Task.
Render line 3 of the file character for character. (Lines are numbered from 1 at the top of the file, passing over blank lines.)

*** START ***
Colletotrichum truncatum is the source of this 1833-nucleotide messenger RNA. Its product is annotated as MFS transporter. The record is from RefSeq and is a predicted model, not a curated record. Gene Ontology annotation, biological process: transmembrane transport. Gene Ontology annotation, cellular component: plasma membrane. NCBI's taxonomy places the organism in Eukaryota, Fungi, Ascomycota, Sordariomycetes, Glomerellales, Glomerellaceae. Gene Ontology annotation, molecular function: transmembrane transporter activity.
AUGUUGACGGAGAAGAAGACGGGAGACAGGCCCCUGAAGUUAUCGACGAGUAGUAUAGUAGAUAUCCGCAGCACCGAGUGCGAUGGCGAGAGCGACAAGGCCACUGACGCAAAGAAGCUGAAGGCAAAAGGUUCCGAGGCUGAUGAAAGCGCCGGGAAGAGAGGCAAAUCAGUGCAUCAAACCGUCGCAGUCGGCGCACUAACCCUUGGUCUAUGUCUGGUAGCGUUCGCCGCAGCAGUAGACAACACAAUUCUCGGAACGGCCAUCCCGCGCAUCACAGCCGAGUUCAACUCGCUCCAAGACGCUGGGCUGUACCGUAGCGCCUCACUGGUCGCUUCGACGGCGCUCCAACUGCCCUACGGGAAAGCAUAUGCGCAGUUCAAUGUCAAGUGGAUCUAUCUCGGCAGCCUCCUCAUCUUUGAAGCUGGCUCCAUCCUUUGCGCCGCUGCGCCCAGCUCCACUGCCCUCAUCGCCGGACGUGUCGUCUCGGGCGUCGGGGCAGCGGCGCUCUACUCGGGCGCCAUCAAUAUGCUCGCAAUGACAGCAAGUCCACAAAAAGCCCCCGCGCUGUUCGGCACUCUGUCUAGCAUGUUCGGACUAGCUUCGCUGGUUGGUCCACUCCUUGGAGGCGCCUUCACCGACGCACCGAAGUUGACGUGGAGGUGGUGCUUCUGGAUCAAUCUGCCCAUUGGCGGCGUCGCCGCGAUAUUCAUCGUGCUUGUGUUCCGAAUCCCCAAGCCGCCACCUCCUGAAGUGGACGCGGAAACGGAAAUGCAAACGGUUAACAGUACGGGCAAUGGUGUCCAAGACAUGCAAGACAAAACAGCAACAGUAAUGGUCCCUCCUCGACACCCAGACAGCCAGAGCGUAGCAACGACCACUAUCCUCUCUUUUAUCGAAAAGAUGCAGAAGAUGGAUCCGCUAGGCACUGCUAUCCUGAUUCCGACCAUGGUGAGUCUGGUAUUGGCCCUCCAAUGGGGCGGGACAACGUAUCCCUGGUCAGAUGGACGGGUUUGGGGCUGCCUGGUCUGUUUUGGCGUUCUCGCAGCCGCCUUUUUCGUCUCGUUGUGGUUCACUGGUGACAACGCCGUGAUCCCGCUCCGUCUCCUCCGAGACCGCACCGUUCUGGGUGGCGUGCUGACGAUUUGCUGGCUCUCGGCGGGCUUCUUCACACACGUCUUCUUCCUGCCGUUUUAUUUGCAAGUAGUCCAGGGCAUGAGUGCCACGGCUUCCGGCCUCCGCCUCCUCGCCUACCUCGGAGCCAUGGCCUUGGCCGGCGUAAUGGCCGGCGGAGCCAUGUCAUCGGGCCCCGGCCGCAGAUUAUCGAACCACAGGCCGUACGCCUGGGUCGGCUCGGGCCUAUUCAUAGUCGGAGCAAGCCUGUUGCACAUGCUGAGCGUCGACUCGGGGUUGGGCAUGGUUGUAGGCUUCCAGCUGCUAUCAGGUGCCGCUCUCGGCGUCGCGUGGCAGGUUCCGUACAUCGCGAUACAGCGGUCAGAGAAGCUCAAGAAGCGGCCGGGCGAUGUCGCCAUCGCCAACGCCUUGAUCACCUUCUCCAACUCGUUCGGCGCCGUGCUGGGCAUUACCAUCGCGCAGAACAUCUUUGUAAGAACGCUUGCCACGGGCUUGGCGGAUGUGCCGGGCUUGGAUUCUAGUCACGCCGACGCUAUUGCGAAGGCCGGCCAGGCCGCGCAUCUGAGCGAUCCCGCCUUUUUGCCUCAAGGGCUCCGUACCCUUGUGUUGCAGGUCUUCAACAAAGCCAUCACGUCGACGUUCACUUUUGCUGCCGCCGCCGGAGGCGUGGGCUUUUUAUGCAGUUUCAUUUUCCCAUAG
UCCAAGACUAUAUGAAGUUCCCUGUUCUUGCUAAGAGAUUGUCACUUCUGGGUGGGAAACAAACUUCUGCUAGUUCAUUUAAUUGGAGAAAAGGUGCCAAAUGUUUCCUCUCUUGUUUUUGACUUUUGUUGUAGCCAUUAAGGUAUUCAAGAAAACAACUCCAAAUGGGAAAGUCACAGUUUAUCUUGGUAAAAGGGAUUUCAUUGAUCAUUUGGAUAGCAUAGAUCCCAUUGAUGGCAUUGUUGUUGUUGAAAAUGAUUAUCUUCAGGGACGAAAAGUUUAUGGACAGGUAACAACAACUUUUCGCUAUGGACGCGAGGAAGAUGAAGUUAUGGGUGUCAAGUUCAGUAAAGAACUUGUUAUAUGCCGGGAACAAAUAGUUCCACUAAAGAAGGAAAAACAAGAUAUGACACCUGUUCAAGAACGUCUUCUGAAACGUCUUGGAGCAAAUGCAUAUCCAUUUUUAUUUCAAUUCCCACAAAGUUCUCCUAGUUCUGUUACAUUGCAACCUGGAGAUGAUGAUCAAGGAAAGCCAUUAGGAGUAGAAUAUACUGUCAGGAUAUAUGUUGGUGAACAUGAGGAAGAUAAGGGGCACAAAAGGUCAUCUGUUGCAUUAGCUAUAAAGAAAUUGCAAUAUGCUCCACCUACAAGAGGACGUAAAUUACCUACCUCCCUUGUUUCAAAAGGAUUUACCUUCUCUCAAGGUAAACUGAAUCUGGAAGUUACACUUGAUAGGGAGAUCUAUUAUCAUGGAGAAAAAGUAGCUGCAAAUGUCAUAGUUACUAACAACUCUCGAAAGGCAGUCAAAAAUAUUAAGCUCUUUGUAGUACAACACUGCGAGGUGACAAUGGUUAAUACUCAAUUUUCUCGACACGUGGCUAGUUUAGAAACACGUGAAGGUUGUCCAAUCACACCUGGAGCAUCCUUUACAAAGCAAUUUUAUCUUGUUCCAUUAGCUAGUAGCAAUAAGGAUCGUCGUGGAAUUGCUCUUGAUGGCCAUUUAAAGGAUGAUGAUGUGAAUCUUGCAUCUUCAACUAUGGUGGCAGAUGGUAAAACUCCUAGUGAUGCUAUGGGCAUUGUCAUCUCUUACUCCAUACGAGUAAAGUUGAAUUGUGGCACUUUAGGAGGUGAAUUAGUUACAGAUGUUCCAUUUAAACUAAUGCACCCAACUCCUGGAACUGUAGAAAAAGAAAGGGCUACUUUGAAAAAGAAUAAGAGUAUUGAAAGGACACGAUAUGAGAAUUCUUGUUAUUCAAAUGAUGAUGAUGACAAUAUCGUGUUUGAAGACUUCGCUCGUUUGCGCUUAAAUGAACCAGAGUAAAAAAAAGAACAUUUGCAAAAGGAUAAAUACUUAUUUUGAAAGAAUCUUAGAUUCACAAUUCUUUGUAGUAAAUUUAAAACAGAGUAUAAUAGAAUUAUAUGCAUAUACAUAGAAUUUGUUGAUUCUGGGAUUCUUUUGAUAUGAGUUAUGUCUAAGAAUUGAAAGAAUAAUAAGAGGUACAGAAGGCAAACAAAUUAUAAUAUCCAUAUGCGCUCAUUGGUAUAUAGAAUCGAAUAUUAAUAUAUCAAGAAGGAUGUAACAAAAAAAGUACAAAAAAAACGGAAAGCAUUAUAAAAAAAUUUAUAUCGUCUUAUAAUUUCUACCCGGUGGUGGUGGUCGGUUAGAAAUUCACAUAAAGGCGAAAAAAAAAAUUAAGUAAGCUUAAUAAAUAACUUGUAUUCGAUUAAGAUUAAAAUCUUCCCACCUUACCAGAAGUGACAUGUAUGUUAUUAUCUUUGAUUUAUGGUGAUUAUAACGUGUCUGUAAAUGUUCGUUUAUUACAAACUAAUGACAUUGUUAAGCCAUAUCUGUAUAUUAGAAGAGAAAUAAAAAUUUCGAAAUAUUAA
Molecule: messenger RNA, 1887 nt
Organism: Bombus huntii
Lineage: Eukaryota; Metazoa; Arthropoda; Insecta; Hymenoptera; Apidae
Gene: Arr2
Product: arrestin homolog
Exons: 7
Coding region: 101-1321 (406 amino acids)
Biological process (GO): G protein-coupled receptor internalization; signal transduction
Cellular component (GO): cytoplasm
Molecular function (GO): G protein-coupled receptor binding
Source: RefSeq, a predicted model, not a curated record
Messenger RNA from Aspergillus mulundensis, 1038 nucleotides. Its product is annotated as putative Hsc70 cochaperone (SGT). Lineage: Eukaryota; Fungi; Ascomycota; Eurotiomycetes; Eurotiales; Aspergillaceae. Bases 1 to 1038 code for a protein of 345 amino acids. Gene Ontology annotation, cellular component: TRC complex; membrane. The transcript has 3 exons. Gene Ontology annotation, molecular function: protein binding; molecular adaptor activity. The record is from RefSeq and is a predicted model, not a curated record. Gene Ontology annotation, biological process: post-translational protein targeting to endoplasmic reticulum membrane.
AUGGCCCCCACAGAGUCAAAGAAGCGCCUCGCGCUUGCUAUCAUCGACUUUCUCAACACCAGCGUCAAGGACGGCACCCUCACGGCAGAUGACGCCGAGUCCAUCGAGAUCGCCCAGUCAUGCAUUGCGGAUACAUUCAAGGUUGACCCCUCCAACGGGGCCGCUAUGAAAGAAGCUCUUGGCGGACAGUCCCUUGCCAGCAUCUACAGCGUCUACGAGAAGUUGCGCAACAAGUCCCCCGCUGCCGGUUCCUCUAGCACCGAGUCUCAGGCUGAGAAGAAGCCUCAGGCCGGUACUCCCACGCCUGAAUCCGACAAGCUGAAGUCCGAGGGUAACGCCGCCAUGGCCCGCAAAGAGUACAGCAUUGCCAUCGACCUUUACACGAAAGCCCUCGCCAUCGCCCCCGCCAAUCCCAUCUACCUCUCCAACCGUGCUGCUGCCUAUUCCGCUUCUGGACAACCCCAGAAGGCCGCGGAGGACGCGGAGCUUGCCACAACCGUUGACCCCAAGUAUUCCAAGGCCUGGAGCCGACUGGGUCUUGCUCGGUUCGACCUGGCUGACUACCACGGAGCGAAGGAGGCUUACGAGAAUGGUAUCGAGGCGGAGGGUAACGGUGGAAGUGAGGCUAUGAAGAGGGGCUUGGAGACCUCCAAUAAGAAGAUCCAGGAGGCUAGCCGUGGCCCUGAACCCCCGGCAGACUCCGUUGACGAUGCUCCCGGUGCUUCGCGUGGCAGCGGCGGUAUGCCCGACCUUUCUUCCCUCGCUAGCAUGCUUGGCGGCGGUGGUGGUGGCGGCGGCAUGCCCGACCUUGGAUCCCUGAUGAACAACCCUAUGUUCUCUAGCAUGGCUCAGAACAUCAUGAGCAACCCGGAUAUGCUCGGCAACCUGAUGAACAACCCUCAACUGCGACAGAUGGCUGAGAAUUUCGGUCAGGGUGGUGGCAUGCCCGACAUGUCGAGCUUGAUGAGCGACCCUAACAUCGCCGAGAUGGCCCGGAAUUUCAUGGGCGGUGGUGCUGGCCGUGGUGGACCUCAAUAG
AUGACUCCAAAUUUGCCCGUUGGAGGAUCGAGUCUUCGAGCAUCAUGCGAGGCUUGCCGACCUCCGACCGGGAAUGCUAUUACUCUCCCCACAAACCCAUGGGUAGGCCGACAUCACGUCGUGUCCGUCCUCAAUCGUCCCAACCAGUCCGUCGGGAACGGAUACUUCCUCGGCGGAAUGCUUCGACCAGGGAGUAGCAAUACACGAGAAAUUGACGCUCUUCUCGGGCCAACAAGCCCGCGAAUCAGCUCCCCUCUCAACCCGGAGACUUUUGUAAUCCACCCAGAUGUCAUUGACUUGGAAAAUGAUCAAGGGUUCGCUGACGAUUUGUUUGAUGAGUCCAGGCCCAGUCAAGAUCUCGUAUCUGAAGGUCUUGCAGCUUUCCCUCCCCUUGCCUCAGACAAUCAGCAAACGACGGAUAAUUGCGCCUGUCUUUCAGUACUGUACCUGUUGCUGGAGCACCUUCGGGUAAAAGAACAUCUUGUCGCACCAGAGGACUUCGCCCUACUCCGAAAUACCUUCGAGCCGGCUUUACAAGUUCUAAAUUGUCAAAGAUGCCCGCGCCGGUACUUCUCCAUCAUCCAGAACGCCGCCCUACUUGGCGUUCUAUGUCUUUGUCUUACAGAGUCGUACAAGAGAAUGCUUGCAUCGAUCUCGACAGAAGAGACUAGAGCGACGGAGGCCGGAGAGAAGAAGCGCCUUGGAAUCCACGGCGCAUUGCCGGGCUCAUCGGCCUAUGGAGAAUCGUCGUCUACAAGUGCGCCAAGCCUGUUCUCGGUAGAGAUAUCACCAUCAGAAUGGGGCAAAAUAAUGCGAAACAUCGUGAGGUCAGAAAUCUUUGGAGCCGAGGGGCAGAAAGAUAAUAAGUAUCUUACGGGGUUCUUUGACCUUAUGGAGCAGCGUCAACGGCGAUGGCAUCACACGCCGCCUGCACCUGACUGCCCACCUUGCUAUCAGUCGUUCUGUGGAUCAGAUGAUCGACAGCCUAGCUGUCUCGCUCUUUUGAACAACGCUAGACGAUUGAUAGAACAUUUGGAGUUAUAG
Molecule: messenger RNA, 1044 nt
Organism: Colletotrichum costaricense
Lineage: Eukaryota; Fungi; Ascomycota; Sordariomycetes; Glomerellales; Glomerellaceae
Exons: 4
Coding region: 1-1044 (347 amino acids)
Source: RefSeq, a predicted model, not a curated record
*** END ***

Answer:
UCCAAGACUAUAUGAAGUUCCCUGUUCUUGCUAAGAGAUUGUCACUUCUGGGUGGGAAACAAACUUCUGCUAGUUCAUUUAAUUGGAGAAAAGGUGCCAAAUGUUUCCUCUCUUGUUUUUGACUUUUGUUGUAGCCAUUAAGGUAUUCAAGAAAACAACUCCAAAUGGGAAAGUCACAGUUUAUCUUGGUAAAAGGGAUUUCAUUGAUCAUUUGGAUAGCAUAGAUCCCAUUGAUGGCAUUGUUGUUGUUGAAAAUGAUUAUCUUCAGGGACGAAAAGUUUAUGGACAGGUAACAACAACUUUUCGCUAUGGACGCGAGGAAGAUGAAGUUAUGGGUGUCAAGUUCAGUAAAGAACUUGUUAUAUGCCGGGAACAAAUAGUUCCACUAAAGAAGGAAAAACAAGAUAUGACACCUGUUCAAGAACGUCUUCUGAAACGUCUUGGAGCAAAUGCAUAUCCAUUUUUAUUUCAAUUCCCACAAAGUUCUCCUAGUUCUGUUACAUUGCAACCUGGAGAUGAUGAUCAAGGAAAGCCAUUAGGAGUAGAAUAUACUGUCAGGAUAUAUGUUGGUGAACAUGAGGAAGAUAAGGGGCACAAAAGGUCAUCUGUUGCAUUAGCUAUAAAGAAAUUGCAAUAUGCUCCACCUACAAGAGGACGUAAAUUACCUACCUCCCUUGUUUCAAAAGGAUUUACCUUCUCUCAAGGUAAACUGAAUCUGGAAGUUACACUUGAUAGGGAGAUCUAUUAUCAUGGAGAAAAAGUAGCUGCAAAUGUCAUAGUUACUAACAACUCUCGAAAGGCAGUCAAAAAUAUUAAGCUCUUUGUAGUACAACACUGCGAGGUGACAAUGGUUAAUACUCAAUUUUCUCGACACGUGGCUAGUUUAGAAACACGUGAAGGUUGUCCAAUCACACCUGGAGCAUCCUUUACAAAGCAAUUUUAUCUUGUUCCAUUAGCUAGUAGCAAUAAGGAUCGUCGUGGAAUUGCUCUUGAUGGCCAUUUAAAGGAUGAUGAUGUGAAUCUUGCAUCUUCAACUAUGGUGGCAGAUGGUAAAACUCCUAGUGAUGCUAUGGGCAUUGUCAUCUCUUACUCCAUACGAGUAAAGUUGAAUUGUGGCACUUUAGGAGGUGAAUUAGUUACAGAUGUUCCAUUUAAACUAAUGCACCCAACUCCUGGAACUGUAGAAAAAGAAAGGGCUACUUUGAAAAAGAAUAAGAGUAUUGAAAGGACACGAUAUGAGAAUUCUUGUUAUUCAAAUGAUGAUGAUGACAAUAUCGUGUUUGAAGACUUCGCUCGUUUGCGCUUAAAUGAACCAGAGUAAAAAAAAGAACAUUUGCAAAAGGAUAAAUACUUAUUUUGAAAGAAUCUUAGAUUCACAAUUCUUUGUAGUAAAUUUAAAACAGAGUAUAAUAGAAUUAUAUGCAUAUACAUAGAAUUUGUUGAUUCUGGGAUUCUUUUGAUAUGAGUUAUGUCUAAGAAUUGAAAGAAUAAUAAGAGGUACAGAAGGCAAACAAAUUAUAAUAUCCAUAUGCGCUCAUUGGUAUAUAGAAUCGAAUAUUAAUAUAUCAAGAAGGAUGUAACAAAAAAAGUACAAAAAAAACGGAAAGCAUUAUAAAAAAAUUUAUAUCGUCUUAUAAUUUCUACCCGGUGGUGGUGGUCGGUUAGAAAUUCACAUAAAGGCGAAAAAAAAAAUUAAGUAAGCUUAAUAAAUAACUUGUAUUCGAUUAAGAUUAAAAUCUUCCCACCUUACCAGAAGUGACAUGUAUGUUAUUAUCUUUGAUUUAUGGUGAUUAUAACGUGUCUGUAAAUGUUCGUUUAUUACAAACUAAUGACAUUGUUAAGCCAUAUCUGUAUAUUAGAAGAGAAAUAAAAAUUUCGAAAUAUUAA